Neurobiology Research Unit (Jeff Wickens)
Last updated on Nov 13, 2019
Postdoctoral position: Behavioral neuroscientist (Revised Job Description)
We are seeking a talented behavioral neuroscientist to join a research group working on learning mechanisms of the basal ganglia. We have a particular focus on dopamine and acetylcholine in the striatum, and their role in behavioral flexibility (e.g. Aoki et al, 2015, 2018). Candidates should have experience in rodent behavior, and experience or interest in learning in current neurobiological methods in use in the laboratory, such as in vivo two-photon imaging, fiber photometry, and optogenetics or electrophysiology.
Applicants interested in applying for a position with OIST, please visit OIST career website and apply for posted position, and follow the application procedures outlined. https://www.oist.jp/careers/postdoctoral-position-neurobiology-research-unit
Outline of Research
The long-range goal of the Neurobiology Research Unit is to understand the cellular mechanisms and neural circuitry underlying learning and adaptive behavior in the mammalian brain. Our collaborative, interdisciplinary program of research is focused on the striatum of the basal ganglia and the neuromodulators, dopamine and acetylcholine, that play a central role in the mechanisms of learning. The basal ganglia are a set of forebrain nuclei thought to play a key role in adaptive behaviour through the selection of actions, goals and strategies on the basis of previous reward-related learning. They are also involved in major neurological and behavioural disorders, such as Parkinson’s disease and attention-deficit hyperactivity disorder. Central issues in basal ganglia research include the manner in which the cortical input to the basal ganglia is processed and how neuromodulators such as dopamine and acetylcholine modify and influence the operations performed on the cortical inputs.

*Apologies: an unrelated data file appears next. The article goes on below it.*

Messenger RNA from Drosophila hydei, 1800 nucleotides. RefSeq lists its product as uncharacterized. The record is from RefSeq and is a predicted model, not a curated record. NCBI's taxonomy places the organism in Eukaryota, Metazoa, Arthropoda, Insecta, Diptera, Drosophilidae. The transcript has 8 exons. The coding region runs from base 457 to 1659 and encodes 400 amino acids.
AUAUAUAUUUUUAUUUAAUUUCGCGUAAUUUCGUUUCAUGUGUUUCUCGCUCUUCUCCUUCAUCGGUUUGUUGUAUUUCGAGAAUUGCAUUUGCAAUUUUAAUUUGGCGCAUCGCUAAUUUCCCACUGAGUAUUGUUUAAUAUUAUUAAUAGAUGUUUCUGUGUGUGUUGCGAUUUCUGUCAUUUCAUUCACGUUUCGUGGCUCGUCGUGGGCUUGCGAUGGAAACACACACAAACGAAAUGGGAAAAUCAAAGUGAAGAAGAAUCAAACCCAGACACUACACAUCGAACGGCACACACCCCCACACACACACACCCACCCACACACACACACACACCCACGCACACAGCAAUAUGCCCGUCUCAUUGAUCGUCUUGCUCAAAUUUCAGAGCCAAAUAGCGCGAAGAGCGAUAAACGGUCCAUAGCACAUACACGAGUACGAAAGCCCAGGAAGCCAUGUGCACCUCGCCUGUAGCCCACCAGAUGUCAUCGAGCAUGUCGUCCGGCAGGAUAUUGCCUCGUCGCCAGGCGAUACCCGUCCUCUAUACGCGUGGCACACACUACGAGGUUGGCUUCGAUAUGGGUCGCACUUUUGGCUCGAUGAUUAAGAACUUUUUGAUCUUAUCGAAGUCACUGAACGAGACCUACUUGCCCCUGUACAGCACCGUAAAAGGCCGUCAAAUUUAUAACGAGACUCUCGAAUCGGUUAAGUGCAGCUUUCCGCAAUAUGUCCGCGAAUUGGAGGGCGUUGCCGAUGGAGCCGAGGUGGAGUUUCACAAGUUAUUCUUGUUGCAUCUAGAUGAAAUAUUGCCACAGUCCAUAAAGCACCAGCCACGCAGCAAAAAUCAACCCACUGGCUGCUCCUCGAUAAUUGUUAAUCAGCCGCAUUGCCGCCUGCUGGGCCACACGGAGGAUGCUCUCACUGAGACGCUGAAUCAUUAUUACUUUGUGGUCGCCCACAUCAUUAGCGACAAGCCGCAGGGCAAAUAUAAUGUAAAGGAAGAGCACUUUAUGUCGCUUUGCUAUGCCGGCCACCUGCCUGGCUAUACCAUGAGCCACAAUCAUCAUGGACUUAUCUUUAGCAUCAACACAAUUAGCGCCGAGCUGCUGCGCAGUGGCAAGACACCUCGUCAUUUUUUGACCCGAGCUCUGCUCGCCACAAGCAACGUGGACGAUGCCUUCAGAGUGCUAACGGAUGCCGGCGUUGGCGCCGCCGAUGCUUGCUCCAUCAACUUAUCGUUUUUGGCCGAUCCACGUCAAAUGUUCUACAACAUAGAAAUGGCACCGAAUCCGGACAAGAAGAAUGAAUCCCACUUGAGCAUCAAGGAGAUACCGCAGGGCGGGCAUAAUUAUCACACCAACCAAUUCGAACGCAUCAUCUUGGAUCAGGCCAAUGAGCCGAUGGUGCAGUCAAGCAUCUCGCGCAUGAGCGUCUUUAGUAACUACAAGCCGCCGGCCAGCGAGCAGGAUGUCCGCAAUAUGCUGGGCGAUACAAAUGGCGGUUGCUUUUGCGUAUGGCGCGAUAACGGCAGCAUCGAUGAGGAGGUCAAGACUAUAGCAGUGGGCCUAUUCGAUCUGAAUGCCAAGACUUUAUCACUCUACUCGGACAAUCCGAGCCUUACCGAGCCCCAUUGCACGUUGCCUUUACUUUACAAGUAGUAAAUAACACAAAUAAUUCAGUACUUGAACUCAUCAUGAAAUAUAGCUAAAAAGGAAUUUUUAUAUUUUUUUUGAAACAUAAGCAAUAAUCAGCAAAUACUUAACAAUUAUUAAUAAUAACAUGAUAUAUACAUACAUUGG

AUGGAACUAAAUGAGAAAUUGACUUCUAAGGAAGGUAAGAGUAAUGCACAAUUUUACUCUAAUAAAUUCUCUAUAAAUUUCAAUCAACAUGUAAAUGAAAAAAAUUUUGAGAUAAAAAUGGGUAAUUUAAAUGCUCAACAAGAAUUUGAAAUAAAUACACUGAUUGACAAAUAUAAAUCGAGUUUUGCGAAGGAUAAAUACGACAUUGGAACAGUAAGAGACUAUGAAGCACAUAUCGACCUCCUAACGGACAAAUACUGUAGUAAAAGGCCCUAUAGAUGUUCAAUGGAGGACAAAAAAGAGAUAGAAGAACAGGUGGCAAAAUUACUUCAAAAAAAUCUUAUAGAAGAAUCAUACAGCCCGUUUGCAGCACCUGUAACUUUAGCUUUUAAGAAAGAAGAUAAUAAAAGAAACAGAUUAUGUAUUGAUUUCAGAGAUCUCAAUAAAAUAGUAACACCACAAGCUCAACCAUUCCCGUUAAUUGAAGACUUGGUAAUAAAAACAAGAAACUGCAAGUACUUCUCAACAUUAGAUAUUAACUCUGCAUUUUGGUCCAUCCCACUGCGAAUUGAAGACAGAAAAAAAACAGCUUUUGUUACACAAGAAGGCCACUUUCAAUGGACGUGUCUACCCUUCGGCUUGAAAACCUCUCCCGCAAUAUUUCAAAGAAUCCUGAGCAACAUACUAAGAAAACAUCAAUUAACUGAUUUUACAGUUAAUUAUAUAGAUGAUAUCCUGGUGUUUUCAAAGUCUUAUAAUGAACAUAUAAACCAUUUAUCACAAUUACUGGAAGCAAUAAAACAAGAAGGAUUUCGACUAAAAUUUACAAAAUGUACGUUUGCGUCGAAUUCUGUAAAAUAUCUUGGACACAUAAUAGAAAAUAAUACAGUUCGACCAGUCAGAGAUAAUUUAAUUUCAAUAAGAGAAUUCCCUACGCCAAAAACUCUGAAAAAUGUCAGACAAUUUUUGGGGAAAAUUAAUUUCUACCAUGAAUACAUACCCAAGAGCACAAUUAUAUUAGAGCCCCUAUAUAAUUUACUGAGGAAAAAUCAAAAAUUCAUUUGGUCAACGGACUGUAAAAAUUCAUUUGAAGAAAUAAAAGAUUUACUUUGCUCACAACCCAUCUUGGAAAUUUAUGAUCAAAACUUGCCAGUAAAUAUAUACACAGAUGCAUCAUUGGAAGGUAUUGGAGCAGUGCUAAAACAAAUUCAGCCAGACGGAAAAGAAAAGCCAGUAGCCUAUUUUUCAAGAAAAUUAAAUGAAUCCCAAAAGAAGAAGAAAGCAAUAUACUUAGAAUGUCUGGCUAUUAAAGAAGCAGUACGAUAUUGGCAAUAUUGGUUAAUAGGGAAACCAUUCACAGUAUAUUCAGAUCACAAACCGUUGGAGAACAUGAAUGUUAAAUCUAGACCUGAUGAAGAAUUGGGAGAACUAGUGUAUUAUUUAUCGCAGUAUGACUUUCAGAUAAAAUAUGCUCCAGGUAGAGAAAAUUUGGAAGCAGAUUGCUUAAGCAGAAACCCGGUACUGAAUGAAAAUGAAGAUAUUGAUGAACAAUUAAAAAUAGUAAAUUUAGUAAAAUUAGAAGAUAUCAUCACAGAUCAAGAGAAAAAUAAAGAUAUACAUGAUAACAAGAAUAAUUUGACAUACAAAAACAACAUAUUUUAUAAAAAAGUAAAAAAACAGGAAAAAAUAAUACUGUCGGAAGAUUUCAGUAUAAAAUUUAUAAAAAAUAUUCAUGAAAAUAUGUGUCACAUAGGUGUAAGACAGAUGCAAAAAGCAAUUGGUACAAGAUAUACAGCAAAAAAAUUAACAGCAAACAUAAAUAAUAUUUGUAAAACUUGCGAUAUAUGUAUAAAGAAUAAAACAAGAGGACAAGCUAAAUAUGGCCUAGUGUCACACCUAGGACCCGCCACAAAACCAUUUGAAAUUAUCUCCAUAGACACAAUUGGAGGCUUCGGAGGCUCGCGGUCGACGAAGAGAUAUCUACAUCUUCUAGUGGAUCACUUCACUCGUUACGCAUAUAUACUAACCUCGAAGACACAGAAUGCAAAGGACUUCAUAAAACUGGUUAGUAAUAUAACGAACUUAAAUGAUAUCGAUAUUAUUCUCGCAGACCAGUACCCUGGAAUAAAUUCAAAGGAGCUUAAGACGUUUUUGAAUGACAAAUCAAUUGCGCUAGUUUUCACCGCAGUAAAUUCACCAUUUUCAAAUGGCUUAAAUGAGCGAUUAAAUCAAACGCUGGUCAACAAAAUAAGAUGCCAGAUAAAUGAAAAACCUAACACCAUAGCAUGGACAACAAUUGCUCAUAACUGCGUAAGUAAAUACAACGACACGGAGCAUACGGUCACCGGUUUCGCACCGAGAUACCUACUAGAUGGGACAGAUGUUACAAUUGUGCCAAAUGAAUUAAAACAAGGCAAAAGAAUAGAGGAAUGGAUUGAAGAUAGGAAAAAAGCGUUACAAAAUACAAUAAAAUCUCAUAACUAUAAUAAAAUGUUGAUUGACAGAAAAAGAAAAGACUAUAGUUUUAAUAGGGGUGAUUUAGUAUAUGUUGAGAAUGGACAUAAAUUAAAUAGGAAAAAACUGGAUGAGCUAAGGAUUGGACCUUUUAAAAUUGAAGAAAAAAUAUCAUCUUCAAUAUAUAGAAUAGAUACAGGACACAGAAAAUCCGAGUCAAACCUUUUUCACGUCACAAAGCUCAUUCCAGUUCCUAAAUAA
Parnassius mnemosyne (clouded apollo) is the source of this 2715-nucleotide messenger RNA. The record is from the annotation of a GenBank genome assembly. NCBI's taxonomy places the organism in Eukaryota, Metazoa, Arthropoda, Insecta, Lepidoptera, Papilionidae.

Our specific aims are: (1) to investigate underlying mechanisms of synaptic plasticity in the striatum focusing on dendritic integration, eligibility traces, and regional specialization of plasticity mechanisms; (2) to determine the role in learning of burst firing and pauses in midbrain dopamine neurons and striatal cholinergic interneurons, and identify the neural circuitry controlling them; and, (3) to extend experimental and theoretical understanding of integrative functions of the frontostriatal system using computational and analog simulation approaches. We use a powerful and unique combination of approaches extending from cellular to behavioral levels of biological organization, including 2-photon microscopy, electrophysiology, fast-scan cyclic voltammetry, optogenetics and computational modeling. The cellular mechanisms of reinforcement are of broad, general significance for the neuroscience of learning and motivation, and of fundamental importance for clinical understanding of major neuropsychiatric disorders. Our research has the forward goal of developing better treatments for attention-deficit hyperactivity disorder and Parkinson’s disease, which are debilitating neurological disorders of great importance to children and adults.